Noeth Family, Buffalo, NY, 1901
Every family has stories about their roots, but are they true? Professional genealogist John Colletta provides practical information and time-saving advice to get you started on the adventure of discovering your personal history. Unraveling the past from scraps of evidence in old records, maps, newspapers, and photographs is fascinating detective work, but linking generation to generation is only half the challenge. Learning about your ancestors as human beings filled with goals and aspirations, personality quirks, and character flaws is the other half. By reconstructing their lives, you learn about who you are and why—because it’s all in the genes.
9:30–10:45 a.m. Essential Groundwork
Interviewing relatives; exploiting family sources, such as photographs, birth, marriage, and death certificates, family Bibles, and mementoes; utilizing the Internet; and making the most of the Library of Congress.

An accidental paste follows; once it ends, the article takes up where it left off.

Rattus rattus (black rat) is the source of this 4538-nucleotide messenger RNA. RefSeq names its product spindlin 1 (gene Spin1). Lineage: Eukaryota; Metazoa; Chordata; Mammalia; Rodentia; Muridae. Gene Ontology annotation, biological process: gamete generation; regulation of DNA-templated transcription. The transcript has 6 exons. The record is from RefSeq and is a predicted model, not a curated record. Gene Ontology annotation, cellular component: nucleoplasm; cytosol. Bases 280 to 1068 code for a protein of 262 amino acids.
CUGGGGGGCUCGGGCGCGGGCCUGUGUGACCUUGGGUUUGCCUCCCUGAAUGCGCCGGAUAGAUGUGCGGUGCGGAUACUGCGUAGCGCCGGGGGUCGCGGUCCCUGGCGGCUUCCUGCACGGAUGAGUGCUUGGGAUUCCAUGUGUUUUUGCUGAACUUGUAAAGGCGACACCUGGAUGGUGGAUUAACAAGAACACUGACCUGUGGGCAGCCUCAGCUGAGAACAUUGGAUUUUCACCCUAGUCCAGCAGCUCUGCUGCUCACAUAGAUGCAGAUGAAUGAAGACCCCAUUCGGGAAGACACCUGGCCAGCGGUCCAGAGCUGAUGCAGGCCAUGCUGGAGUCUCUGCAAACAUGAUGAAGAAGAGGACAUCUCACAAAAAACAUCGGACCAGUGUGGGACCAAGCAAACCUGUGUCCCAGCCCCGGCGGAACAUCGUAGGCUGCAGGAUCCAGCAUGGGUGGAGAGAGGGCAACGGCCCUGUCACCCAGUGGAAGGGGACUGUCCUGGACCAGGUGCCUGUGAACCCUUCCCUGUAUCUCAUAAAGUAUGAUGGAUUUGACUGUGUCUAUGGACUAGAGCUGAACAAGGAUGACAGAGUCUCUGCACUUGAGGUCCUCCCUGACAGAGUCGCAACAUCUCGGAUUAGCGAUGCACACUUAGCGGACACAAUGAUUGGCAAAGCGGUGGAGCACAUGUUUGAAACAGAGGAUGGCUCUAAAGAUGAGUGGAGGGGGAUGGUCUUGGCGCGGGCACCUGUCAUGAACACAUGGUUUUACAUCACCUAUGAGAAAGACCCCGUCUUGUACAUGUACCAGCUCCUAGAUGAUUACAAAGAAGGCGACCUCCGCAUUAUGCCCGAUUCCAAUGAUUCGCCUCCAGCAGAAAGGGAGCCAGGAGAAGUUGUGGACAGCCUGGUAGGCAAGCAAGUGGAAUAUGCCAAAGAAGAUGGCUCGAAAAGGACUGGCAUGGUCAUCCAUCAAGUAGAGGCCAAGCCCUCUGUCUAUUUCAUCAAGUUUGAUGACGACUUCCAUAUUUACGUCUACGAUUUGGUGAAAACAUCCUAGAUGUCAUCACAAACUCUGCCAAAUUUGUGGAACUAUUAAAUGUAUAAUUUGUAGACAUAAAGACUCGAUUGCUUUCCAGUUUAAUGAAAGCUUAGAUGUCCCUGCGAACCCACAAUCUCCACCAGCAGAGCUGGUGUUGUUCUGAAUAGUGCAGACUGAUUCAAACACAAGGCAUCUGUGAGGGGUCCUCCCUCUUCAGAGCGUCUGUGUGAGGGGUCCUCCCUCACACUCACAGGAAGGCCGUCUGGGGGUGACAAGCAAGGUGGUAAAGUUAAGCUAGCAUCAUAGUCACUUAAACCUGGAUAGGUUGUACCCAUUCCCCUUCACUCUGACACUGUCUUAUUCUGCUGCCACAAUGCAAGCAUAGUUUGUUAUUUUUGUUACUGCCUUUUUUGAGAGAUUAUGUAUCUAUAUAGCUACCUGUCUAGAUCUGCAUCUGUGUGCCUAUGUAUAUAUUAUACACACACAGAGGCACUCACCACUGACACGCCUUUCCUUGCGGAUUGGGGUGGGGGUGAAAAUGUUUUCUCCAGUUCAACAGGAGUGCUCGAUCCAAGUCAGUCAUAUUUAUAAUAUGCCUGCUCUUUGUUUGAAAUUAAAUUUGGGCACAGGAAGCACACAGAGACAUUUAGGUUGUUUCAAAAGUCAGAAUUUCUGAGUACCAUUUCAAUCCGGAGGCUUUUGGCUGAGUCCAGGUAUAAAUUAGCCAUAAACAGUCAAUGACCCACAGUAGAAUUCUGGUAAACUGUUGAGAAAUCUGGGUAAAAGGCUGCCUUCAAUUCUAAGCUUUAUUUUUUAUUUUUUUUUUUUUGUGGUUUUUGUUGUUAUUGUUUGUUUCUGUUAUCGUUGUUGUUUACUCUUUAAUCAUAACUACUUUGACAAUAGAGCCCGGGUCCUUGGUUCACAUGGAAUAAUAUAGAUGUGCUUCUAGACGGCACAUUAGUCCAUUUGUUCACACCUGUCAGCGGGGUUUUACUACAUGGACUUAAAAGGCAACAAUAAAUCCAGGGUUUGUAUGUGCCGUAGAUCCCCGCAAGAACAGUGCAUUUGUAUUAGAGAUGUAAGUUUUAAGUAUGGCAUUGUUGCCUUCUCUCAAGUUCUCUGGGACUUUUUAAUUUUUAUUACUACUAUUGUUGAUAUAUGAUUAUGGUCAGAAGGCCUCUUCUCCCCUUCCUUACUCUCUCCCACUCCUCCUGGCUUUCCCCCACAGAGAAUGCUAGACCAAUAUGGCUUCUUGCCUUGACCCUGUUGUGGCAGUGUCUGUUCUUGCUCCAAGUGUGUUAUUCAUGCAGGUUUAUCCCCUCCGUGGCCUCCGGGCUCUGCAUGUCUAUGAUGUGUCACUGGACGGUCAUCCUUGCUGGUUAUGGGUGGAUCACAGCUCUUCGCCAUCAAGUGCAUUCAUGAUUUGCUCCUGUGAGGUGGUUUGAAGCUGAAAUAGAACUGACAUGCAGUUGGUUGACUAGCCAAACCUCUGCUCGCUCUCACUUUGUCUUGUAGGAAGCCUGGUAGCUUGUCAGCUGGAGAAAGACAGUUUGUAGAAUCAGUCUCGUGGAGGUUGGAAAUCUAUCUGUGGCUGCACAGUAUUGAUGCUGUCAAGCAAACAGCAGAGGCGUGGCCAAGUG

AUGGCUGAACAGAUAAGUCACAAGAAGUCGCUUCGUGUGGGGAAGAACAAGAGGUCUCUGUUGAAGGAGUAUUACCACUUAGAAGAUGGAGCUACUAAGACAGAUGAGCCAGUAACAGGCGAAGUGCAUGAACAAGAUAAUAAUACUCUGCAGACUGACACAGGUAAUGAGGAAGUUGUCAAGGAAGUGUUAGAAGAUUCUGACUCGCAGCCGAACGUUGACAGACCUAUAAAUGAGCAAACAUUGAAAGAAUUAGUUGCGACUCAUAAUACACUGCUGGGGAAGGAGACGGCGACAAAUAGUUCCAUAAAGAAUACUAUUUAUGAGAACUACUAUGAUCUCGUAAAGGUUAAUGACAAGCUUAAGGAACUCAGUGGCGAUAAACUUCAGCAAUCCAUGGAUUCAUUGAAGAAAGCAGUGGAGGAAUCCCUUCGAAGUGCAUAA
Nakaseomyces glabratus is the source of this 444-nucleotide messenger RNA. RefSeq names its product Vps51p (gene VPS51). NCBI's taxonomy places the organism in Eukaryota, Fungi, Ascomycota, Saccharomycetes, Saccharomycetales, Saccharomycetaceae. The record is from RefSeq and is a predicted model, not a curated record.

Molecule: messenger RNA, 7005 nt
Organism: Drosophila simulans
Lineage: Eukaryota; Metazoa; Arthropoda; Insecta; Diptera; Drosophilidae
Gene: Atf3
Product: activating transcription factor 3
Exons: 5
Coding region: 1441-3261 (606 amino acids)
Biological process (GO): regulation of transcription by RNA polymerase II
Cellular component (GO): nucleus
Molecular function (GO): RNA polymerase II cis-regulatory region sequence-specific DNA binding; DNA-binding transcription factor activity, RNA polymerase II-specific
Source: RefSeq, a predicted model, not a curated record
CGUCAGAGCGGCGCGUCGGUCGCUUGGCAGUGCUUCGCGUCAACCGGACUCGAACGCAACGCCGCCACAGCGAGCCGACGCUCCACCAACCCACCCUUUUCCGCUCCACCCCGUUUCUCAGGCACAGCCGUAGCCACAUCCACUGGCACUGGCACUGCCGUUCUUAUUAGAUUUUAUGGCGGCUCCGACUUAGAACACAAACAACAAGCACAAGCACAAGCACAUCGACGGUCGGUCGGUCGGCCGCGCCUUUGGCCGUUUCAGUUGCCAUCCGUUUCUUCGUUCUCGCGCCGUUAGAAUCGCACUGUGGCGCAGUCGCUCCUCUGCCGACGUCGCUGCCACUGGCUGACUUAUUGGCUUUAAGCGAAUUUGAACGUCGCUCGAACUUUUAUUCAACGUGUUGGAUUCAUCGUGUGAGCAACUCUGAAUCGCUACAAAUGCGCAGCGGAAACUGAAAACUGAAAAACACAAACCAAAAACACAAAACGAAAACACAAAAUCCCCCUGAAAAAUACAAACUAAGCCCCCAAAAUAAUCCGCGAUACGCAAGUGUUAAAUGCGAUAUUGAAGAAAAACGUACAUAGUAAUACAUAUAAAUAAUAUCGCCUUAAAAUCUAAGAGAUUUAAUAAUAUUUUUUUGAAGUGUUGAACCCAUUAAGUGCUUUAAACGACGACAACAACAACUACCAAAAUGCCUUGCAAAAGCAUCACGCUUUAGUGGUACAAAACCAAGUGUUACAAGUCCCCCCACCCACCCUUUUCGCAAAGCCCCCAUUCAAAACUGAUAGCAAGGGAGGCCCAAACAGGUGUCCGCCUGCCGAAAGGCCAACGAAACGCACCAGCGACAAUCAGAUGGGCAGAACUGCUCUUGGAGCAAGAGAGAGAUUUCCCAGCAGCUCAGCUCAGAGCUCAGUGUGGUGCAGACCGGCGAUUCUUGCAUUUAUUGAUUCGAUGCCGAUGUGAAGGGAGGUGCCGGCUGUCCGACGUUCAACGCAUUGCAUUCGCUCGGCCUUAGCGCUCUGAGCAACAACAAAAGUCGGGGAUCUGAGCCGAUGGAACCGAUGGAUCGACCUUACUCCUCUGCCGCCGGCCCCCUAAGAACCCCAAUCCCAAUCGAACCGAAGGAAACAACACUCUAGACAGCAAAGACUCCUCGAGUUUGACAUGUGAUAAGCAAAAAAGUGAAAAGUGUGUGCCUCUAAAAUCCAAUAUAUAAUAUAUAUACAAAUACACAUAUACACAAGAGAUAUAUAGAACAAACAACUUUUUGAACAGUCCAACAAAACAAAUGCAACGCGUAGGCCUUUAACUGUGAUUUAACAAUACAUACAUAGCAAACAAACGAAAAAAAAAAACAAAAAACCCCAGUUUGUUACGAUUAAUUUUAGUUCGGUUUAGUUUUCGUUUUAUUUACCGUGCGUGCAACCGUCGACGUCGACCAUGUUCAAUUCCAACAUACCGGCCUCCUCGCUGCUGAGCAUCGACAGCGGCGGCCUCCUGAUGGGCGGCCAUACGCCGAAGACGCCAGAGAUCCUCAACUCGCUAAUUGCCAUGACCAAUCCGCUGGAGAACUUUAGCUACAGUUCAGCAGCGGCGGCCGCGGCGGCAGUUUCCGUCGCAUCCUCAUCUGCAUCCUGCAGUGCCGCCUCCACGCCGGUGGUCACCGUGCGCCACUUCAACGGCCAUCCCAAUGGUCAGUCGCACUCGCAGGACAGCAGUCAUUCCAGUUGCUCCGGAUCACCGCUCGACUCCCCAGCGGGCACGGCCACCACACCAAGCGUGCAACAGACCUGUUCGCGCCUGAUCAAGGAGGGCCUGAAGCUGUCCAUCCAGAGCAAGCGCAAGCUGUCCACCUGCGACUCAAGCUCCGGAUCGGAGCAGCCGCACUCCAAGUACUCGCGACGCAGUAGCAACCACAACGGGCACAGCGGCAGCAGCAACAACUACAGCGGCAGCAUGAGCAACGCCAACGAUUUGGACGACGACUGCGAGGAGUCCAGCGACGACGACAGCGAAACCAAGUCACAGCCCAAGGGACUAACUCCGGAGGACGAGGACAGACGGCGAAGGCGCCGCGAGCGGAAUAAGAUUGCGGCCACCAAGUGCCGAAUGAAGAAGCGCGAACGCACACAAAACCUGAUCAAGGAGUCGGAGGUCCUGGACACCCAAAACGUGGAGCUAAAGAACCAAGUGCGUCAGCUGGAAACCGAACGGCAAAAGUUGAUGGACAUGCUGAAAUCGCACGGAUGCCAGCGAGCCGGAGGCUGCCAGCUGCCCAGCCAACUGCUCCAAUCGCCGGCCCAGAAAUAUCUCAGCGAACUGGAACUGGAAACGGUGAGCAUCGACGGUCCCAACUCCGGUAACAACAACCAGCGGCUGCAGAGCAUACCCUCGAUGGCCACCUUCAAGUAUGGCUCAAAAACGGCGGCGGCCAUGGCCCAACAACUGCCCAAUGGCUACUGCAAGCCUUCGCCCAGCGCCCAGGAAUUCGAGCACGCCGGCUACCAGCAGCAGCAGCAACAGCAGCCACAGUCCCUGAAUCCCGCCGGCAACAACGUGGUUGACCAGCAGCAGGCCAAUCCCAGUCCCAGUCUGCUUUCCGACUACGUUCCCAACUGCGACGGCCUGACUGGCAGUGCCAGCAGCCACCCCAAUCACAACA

11 a.m.–12:15 p.m. Our Fabulous National Archives
Population censuses, military service records, and records of immigration and naturalization.
12:15–1:30 p.m. Lunch (participants provide their own)
1:30–2:45 p.m. Exploring Ancestral Territory
Marriage and real estate records; probate files and legal records in the county courthouse; cemetery and religious records.
3–4:15 p.m. Honing Your Skills
Evaluating evidence found in old records, determining kinship, and assembling your materials for a final narrative on paper or online.
Colletta, a faculty member of two leading genealogy institutes, conducts workshops and lectures nationally on genealogy topics.
S. Dillon Ripley Center
1100 Jefferson Dr SW
Metro: Smithsonian (Mall exit)